Bill offers opportunity to fund threatened wildlife in Kansas without new taxes

May 23, 2022 3:33 am

A spectacular sunset sets the waters of Quivira National Wildlife Refuge ablaze in November 2014. (Submitted by Mike Umscheid to Kansas Reflector)

The Kansas Reflector welcomes opinion pieces from writers who share our goal of widening the conversation about how public policies affect the day-to-day lives of people throughout our state. Michael Donnelly is a member of the Audubon of Kansas communication and Celebration of Cranes committees and is editor-in-chief of Prairie Wings magazine.

Residents and visitors to Kansas can still hear primal sounds that speak to attentive humans the very essence of wildness.

One is the clatter of migrating sandhill cranes, rising with the sun in their thousands from their roosting areas at Quivira National Wildlife Refuge or Cheyenne Bottoms Wildlife Area and returning at dusk. Another is the marvelously resonant distant booming of prairie chickens assembling in the spring on their ancestral leks to mate and assure the continuation of the species.

People — even people who ordinarily would pay little attention to nature — can be drawn to see the bald eagles that come down in the fall with the migrating waterfowl, and now are even staying to nest in Kansas. Many people have their favorite bird: the echoing song of the busy, perky, inquisitive Carolina wren, the descending notes of the meadowlark in the field by the road or behind the house. There are rarer experiences with guests who turn up briefly in migration— the sweet, fluting call of the wood thrush, the essence of the deep deciduous woods, more common in our eastern counties.

You can still hope to hear wood thrushes singing in Kansas — you used to hear them every spring. But to do so now, you have to work a lot harder than you used to. The wood thrush population nationally fell by 60 per cent between 1970 and 2014, leading Partners in Flight to add this thrush to its Yellow Watch List of declining birds.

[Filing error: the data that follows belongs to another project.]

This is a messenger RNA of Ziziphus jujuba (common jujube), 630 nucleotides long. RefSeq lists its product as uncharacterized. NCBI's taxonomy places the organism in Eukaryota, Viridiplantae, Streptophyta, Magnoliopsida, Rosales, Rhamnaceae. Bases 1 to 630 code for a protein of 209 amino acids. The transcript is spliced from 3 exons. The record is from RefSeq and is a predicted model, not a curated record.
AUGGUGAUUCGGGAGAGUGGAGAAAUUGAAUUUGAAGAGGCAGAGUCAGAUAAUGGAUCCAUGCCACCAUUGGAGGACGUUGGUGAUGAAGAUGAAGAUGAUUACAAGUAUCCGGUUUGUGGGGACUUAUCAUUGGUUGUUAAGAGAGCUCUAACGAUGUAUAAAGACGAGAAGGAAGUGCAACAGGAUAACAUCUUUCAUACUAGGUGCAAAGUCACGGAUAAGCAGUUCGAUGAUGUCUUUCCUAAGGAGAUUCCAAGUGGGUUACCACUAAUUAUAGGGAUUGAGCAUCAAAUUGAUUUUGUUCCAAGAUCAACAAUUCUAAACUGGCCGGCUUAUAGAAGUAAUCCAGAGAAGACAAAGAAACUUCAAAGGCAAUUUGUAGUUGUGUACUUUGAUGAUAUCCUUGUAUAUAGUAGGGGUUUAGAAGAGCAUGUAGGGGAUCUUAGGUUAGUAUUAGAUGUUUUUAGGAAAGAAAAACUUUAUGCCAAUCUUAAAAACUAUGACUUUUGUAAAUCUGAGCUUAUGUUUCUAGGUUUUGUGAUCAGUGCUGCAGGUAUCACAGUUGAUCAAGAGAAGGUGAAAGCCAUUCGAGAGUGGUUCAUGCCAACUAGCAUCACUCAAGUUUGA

That population crash would be appalling even if it were an exception. But it’s not. Depressingly, it’s become common. In 2019, a report in the journal Science showed that over the last five decades, North America has lost 30 percent of its birds.

That’s three billion birds. Gone.

As one of the authors of the report, ornithologist Peter Marra of Georgetown University, put it, after a revelation like that, conservationists can’t just go back to business as usual. Luckily, there’s a chance now in Washington, D.C., to avoid just going back to business as usual. A bill before Congress would provide states with an extraordinary tool to help bring back birds and other wildlife.

From its introduction into the House on April 22, 2021, H.R. 2733, the Recovering America’s Wildlife Act of 2021, has now spent just over a year making its way through various committees, subcommittees, hearings and discharge by interested subcommittees. This bill is at the top of conservationists’ agenda and for several years has been supported by members of both parties in Congress. Thus, while the processes of making legislation may seem to the public excruciatingly slow, H.R. 2733 has so far passed muster with all the relevant committees that have considered it.

This bill has been called the most significant wildlife conservation bill seen in nearly half a century. Its beginnings go back to 2006, when Congress mandated that each state must write a Wildlife Action Plan and submit it for approval to the U.S. Fish and Wildlife Service.

But a plan without the money to carry it out is meaningless.

The Recovering America’s Wildlife Act would provide $1.3 billion a year to the 50 states to carry out their plans. Kansas’s share is estimated at $17.6 million per year.

The beautiful part is that the money is already in the U.S. Treasury. Most wildlife conservation money now comes from license fees and taxes paid by hunters and anglers. That money is spent to protect and increase the numbers of game animals. The Recovering America’s Wildlife Act would provide dedicated money that originates in general federal funding to protect not only wildlife you can hunt, but also non-game species.

In other words, the pieces are in place: the need (3 billion birds gone), the blueprints (federally-approved state Wildlife Action plans), and the money ($1.3 billion a year).

Three Kansas Republicans in Congress want the U.S. Fish and Wildlife Service to extend by 90 days the public comment period on a proposal to list the lesser prairie-chicken under the Endangered Species Act. (Greg Kramos/USFWS)
Kansans are fortunate to still hear the distant booming of prairie chickens assembling in the spring on their ancestral leks to mate and assure the continuation of the species. (Greg Kramos/USFWS)

Ecological Focus Areas (EFAs) have been identified by the Kansas Department of Wildlife and Parks through their Crucial Habitat Assessment Tool, part of the state’s Wildlife Action Plan. Among the 14 terrestrial EFAs, nine focus on prairie habitats, three on wetlands and two on forests.